If you owe taxes to the IRS and haven’t made arrangements to pay or resolve your tax debt, the IRS may take enforced collection action in the form of a tax levy. A tax levy is the legal seizure of your property or assets to satisfy a tax debt. It can be a stressful and financially devastating event. This is why it’s crucial to understand the process and the number of notices the IRS will send before they take this drastic measure.
What Is a Tax Levy?
A tax levy is a legal action taken by the IRS to collect unpaid taxes from a taxpayer. The IRS can seize various types of property and assets, including your wages, bank accounts, retirement accounts, real estate, and personal property, such as vehicles. Levies can also be applied to future income and assets, effectively limiting your financial freedom until the tax debt is fully resolved.
The Notice Process
Before the IRS initiates a tax levy, they are required by law to provide you with multiple notices to inform you of your outstanding tax debt and give you an opportunity to resolve the issue.
Here is a breakdown of the notices you can expect to receive:
1. Notice and Demand for Payment (CP014)
This is the first notice sent by the IRS, typically within a few weeks after you file your tax return. It informs you of the amount owed, including any penalties and interest, and demands full payment within a specified period, usually 21 days.
2. Final Notice of Intent to Levy and Notice of Your Right to a Hearing (LT11 or CP90)
If you don’t respond to the first notice or fail to make arrangements to pay the tax debt, the IRS will send you a final notice. This notice informs you that the IRS intends to levy your property or assets if you don’t pay the balance due or make other arrangements within 30 days. It also informs you of your right to request a Collection Due Process (CDP) hearing to appeal the proposed levy action.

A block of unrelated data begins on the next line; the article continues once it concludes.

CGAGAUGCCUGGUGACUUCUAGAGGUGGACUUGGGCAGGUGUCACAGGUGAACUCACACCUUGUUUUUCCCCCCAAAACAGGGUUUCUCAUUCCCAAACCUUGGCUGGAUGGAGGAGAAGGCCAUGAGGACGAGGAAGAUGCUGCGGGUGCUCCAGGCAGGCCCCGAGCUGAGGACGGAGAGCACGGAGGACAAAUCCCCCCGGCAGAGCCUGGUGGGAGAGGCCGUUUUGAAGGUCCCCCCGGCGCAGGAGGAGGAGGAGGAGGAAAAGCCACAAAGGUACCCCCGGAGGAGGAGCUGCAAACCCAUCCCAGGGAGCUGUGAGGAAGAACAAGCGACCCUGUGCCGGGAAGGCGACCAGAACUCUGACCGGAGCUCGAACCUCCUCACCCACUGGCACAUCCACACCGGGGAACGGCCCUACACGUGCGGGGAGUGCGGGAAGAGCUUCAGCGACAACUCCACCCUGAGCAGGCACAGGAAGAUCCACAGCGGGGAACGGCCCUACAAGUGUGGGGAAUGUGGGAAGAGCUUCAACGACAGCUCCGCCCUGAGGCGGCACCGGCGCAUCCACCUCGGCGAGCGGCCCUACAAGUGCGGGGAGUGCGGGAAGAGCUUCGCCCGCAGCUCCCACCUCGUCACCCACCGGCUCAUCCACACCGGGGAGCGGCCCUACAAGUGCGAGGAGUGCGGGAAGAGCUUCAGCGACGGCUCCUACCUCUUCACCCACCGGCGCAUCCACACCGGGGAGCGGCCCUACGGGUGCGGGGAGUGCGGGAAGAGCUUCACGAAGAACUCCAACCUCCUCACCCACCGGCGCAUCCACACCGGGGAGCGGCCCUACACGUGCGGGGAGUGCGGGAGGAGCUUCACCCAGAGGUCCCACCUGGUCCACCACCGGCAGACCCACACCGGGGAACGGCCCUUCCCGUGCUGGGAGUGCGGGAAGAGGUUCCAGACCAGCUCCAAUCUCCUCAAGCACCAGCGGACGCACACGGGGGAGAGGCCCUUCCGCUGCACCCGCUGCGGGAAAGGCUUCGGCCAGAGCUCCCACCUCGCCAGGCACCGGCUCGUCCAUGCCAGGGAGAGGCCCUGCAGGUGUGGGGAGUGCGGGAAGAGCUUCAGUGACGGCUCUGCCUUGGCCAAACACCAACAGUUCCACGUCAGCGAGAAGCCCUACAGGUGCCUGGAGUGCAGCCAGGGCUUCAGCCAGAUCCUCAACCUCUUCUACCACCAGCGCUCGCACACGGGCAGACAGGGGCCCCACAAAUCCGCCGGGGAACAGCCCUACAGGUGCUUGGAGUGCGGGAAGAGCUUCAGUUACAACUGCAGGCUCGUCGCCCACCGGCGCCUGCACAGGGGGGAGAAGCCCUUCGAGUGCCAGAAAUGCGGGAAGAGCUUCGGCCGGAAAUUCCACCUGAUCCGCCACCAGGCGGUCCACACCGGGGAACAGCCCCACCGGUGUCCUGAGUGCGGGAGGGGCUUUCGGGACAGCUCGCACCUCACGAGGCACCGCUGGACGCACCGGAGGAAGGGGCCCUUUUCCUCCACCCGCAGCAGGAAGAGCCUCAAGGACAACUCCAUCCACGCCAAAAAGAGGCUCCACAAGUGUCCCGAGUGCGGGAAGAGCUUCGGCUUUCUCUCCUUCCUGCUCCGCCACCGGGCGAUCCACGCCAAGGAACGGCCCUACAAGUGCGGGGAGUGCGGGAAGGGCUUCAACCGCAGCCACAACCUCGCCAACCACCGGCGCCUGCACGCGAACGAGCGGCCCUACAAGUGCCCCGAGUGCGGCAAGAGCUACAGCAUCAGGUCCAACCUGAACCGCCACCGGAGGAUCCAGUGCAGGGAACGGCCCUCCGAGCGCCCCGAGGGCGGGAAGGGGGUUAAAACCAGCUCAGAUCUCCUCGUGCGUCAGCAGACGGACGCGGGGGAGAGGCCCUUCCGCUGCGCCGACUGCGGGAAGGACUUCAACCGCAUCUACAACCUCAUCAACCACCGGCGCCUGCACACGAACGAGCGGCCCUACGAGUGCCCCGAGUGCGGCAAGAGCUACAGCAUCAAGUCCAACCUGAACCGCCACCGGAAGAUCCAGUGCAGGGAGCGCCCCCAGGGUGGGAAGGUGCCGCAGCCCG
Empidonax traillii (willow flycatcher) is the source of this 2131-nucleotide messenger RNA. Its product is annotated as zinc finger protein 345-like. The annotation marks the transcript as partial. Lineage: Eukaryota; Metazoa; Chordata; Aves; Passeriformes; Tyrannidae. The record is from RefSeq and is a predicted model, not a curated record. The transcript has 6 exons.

3. Notice of Federal Tax Lien Filing and Your Right to a Hearing (CP508)
If the IRS files a federal tax lien against your property, they will also send you a notice informing you of the lien and your right to request a CDP hearing.
It’s important to note that the IRS may send additional notices or reminders during this process, and in some cases, they may combine notices. However, these are the primary notices you can expect to receive before a tax levy action is taken.
The IRS will send multiple notices before initiating a tax levy, providing you with ample opportunity to address your tax debt and avoid the seizure of your property or assets. It’s essential to take these notices seriously and act promptly to resolve your tax debt or seek professional help if necessary. Ignoring the IRS notices can lead to severe financial consequences, but with proactive action, you can prevent a tax levy and get back on track with your finances.
The Law Offices of Stephen B. Kass, P.C. is a legal and accounting firm based in New York, specializing in tax settlements, negotiations, and litigation with the IRS, as well as business bankruptcy services. If you are looking for the best tax lawyers in NYC to help you stay on top of your tax-related needs, work with us today!